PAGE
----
Ban the Box

Author: David B. Weisenfeld, XpertHR Legal Editor

One of the fastest-moving trends in employment law involves the plethora of "ban the box" laws that have sprouted up in a dozen states and more than 60 municipalities. The name stems from the box on job applications that prospective employees are often asked to check if they have ever have been convicted of a crime. These laws make it illegal to include criminal history questions on initial job applications.

The primary goal behind these measures is to prevent qualified, rehabilitated job applicants from being automatically excluded from consideration without the chance for an interview. Ban the box laws are also thought to reduce recidivism.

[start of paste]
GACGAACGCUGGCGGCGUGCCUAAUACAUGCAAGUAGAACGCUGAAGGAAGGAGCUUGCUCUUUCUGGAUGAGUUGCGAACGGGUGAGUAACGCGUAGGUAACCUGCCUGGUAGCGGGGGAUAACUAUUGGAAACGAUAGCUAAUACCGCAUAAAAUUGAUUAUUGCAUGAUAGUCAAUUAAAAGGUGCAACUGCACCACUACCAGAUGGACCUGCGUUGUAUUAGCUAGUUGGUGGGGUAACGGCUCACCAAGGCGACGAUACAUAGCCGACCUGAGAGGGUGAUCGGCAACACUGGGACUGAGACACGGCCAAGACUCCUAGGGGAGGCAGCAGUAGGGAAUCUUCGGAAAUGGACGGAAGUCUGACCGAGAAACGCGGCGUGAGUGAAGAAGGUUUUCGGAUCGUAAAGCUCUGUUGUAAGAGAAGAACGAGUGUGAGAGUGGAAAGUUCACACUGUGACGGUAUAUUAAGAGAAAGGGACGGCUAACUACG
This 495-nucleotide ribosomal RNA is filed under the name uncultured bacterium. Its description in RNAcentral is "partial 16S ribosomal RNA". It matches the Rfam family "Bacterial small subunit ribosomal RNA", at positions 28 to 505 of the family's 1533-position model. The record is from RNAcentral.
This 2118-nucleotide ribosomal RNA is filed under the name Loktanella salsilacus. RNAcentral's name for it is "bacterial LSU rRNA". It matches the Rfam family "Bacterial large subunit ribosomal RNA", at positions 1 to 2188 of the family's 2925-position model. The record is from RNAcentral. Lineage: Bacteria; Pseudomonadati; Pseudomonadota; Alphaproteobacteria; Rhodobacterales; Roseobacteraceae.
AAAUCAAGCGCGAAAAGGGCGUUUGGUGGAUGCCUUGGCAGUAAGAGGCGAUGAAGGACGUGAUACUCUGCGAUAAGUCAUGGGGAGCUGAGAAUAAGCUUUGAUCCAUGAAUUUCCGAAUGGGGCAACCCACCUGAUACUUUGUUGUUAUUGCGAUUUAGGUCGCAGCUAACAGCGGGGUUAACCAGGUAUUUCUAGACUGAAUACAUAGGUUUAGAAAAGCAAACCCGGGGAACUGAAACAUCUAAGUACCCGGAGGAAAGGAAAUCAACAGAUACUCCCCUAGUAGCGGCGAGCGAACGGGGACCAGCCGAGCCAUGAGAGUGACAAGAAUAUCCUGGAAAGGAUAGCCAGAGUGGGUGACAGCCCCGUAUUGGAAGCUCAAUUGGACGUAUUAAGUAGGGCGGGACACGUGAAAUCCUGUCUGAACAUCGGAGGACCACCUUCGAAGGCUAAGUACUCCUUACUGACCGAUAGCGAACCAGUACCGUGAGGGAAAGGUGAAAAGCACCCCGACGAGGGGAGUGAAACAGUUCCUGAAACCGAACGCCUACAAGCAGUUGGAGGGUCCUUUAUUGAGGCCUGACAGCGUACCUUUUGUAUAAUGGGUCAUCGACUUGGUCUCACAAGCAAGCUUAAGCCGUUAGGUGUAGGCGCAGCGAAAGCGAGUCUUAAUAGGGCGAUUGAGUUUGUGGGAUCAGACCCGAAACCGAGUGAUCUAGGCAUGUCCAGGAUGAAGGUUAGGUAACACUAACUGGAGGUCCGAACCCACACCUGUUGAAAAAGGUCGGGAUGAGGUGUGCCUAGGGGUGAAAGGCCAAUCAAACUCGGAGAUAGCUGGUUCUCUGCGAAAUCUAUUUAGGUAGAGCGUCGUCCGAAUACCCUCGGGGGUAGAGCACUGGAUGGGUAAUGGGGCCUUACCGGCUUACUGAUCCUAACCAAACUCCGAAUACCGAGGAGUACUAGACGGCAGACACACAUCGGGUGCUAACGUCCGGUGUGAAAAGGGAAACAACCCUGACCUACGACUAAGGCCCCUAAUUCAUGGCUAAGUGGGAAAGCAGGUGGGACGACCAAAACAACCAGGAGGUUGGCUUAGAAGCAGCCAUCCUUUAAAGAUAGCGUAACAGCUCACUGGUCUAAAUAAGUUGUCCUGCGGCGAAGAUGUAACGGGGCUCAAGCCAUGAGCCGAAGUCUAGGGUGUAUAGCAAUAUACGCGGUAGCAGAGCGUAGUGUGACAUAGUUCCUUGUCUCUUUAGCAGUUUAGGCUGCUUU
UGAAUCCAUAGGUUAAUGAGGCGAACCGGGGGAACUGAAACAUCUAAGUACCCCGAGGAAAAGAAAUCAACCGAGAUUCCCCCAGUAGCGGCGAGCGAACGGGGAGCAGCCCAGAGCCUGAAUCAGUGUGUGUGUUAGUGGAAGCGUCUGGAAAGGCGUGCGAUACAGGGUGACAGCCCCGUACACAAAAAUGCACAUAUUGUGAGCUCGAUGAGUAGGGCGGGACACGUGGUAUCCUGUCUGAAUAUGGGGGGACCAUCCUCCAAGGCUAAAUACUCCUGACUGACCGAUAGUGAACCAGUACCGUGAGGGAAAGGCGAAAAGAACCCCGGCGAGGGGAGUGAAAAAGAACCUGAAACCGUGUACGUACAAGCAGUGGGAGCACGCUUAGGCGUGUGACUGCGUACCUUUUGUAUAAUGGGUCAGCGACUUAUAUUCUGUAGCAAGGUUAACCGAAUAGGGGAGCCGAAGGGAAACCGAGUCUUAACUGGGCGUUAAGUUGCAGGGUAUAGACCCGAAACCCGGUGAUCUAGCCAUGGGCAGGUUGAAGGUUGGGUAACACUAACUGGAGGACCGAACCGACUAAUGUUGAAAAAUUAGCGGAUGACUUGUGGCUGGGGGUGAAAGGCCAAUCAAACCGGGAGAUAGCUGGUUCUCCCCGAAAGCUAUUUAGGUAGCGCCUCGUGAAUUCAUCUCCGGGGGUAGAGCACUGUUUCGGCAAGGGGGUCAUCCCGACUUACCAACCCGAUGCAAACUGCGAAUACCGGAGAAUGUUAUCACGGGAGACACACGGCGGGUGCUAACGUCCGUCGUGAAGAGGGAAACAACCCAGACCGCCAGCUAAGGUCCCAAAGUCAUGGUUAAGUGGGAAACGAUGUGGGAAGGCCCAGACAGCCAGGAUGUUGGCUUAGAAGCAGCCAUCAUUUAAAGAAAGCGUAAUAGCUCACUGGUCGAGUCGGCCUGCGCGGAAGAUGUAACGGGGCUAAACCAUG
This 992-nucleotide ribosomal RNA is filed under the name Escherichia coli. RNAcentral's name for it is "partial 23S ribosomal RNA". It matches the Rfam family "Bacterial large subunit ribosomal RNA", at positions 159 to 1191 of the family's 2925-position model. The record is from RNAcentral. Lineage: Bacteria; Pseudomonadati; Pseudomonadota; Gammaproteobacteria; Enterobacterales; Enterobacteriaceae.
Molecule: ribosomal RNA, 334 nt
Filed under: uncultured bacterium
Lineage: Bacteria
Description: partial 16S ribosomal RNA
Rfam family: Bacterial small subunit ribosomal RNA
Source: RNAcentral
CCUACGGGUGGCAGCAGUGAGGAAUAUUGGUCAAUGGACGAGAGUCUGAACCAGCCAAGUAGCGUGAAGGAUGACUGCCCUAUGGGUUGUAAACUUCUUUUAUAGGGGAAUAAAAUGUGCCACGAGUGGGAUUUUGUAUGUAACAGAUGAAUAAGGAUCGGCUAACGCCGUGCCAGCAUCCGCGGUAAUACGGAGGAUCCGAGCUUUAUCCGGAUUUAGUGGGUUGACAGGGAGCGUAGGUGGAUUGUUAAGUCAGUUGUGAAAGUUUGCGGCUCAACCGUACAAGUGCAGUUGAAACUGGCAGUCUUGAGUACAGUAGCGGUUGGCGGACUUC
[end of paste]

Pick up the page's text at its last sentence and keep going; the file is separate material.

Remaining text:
Many of these laws are limited to public employers or, in the case of municipalities, city job applications. However, the tide is changing noticeably. In 2014 alone, Minnesota and Rhode Island had "ban the box" laws take effect that extend to most private employers with Illinois set to join them.

Meanwhile, a host of cities now "ban the box" for private employers, including a few that bar criminal history inquiries until after an interview has taken place or a conditional job offer has been extended. Using XpertHR's various Tools and resources can help an employer stay abreast of this "ban the box" trend.

Quick Reference

Ban the Box - Chart


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Ban the Box Legislation